Scrum, Kanban, and ScrumBan: What’s the Difference?

This is a guest post by Nishi Grover Garg.

Agile is a big umbrella that covers a number of different approaches, and there is always scope for more. There are so many flavors because agile is a mindset that allows flexibility in its processes. Two of the more popular approaches are Scrum and Kanban.

Scrum and Kanban apply agile principles in their own way to empower effective delivery cycles. “Scrumban” is a term coined for a hybrid approach making use of both Scrum and Kanban principles.

Let’s explore the differences among the three methodologies and see which may be right for you.


Scrum is the most popular agile framework. It is iterative and incremental in nature and focuses on tight delivery timelines. The release time frame is split into small iterations called sprints. Work items are planned for each sprint in the form of user stories and tasks, which are prioritized based on value. Teams are small, cross-functional, and self-organizing, with a product owner, a ScrumMaster, and the development team.

Scrum provides channels for communication through ceremonies such as the sprint planning meeting, the daily standup meeting, the sprint demo, and the sprint retrospective, all of which contribute to the overall pace and a flexible approach to software development.

Scrum uses task boards to track the flow of work and act as the focal point of the daily standup meeting and discussions.

Example, Scrum Board

Sprint burndown and release burnup charts are used to monitor the progress of work.

Scrum seems to work best with new product development projects and when the team is focusing on a single project at a time.


Kanban is focused on continuous delivery based on lean principles. It’s based on the flow of work and just-in-time delivery and promotes process improvement. Kanban aims to eliminate waste, increase productivity and efficiency, and have flexibility in production. The main goals are to limit work in progress (WIP), avoid multitasking and recognize bottlenecks.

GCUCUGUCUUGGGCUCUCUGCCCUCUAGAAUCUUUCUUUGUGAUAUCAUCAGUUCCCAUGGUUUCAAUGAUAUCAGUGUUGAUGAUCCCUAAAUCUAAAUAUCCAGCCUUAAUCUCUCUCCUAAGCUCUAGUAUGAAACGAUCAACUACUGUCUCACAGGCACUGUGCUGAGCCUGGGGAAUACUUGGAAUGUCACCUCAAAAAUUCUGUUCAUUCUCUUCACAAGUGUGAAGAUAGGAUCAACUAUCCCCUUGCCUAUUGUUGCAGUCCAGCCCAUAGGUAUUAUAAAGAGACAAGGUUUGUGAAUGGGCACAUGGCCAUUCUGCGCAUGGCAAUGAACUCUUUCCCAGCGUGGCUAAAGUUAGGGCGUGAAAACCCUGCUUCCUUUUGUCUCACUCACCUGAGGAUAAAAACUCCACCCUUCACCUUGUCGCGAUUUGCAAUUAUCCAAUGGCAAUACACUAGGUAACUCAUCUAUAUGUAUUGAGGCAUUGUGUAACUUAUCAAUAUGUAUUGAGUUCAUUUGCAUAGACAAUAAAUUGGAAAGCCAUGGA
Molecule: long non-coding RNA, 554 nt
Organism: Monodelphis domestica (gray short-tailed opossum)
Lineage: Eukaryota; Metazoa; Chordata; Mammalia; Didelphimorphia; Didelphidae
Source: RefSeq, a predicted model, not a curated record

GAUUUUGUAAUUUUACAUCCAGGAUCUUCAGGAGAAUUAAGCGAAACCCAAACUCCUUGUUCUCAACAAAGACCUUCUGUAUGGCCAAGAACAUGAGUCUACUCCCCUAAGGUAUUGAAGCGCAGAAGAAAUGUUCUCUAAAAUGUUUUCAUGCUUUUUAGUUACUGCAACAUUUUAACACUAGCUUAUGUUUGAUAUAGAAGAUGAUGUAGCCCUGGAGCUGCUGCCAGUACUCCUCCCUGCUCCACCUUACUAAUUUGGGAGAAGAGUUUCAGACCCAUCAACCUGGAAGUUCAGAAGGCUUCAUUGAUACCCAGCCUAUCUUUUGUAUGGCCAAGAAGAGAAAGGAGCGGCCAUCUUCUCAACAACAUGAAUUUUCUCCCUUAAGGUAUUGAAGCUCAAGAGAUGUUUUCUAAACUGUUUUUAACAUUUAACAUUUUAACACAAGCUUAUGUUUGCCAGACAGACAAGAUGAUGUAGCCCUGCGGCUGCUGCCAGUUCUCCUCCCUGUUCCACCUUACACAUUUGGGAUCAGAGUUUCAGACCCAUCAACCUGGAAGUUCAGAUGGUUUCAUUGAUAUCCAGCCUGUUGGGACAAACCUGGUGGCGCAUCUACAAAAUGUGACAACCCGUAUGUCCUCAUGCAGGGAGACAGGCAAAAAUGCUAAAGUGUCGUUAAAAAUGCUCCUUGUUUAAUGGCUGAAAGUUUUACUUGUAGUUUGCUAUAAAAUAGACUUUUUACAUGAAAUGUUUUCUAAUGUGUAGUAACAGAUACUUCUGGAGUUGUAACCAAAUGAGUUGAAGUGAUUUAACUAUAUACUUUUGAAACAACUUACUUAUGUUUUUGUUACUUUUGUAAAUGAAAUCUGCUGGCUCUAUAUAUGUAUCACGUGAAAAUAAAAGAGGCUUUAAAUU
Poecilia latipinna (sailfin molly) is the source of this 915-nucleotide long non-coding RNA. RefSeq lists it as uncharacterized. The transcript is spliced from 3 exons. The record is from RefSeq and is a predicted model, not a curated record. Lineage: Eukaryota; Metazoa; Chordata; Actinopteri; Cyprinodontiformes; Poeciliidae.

The Kanban board essentially consists of three phases: Input, Work in Progress and Output. Columns under each designation can be used to signify more important tasks and priorities. The tasks in backlog are added to the board with small descriptions and are assigned to team members using the “pull” principle, based on priorities.

The numbers on top of each column in the Kanban board represent the maximum number of items permitted to be in that stage at any point in time. Tasks must continuously move ahead, and only then can new tasks be started.

Example, Kanban Board

Performance is measured by lead time (the amount of time taken to complete one task) and cycle time (the amount of time a task spent in WIP or in production except the queue). Kanban does not have predefined iterations, but teams may use short time scales, like weekly goals, or longer plans, like quarterly goals, while still working in a continuous fashion.

Kanban is best used for production support or for projects where teams have a continuous influx of work, production issues, or unplanned requests or tasks.


First introduced a decade ago by Corey Ladas, Scrumban was intended as a transitional state for Scrum teams moving to Kanban but later emerged as a framework of its own. It now leverages elements of Scrum and Kanban and focuses on continuous work with short cycles for planning.

Fundamentally, Scrumban is a management framework that emerges when teams employ Scrum as their chosen way of working but use Kanban as a way to view and understand work and continuously improve their processes.

Tasks are taken up using the “pull” principle from the backlog of items on the board, so people can decide to take up the task they want. WIP limits are used to avoid bottlenecks and delays. Once all current backlog items are done and the backlog column is empty, it is a trigger for the next planning, so planning happens on-demand as needed.

Example, Scrumban Board

You can measure lead time to find out how long it takes to deliver a task to the end-user, which also helps in future planning and estimations when you’re deliberately focusing on economic prioritization.

Scrumban also focuses on the continuous improvement aspects of Kanban, encouraging short kaizen events like training sessions, knowledge sharing and waste elimination as options for learning opportunities and process improvements.

Scrumban is best suited for maintenance projects and service companies or for Scrum teams that have a hard time completing their tasks within the sprint. The WIP limits will help them focus, and bucket-size planning will help them achieve their release goals in time. Read more on trending topics and terms like Scrumban on the TestRail Blog!

Nishi is a corporate trainer, an agile enthusiast, and a tester at heart! With 11+ years of industry experience, she currently works with Sahi Pro as an Evangelist and Trainings Head. She is passionate about training, organizing testing community events and meetups, and has been a speaker at numerous testing events and conferences. Check out her blog where she writes about the latest topics in Agile and Testing domains.

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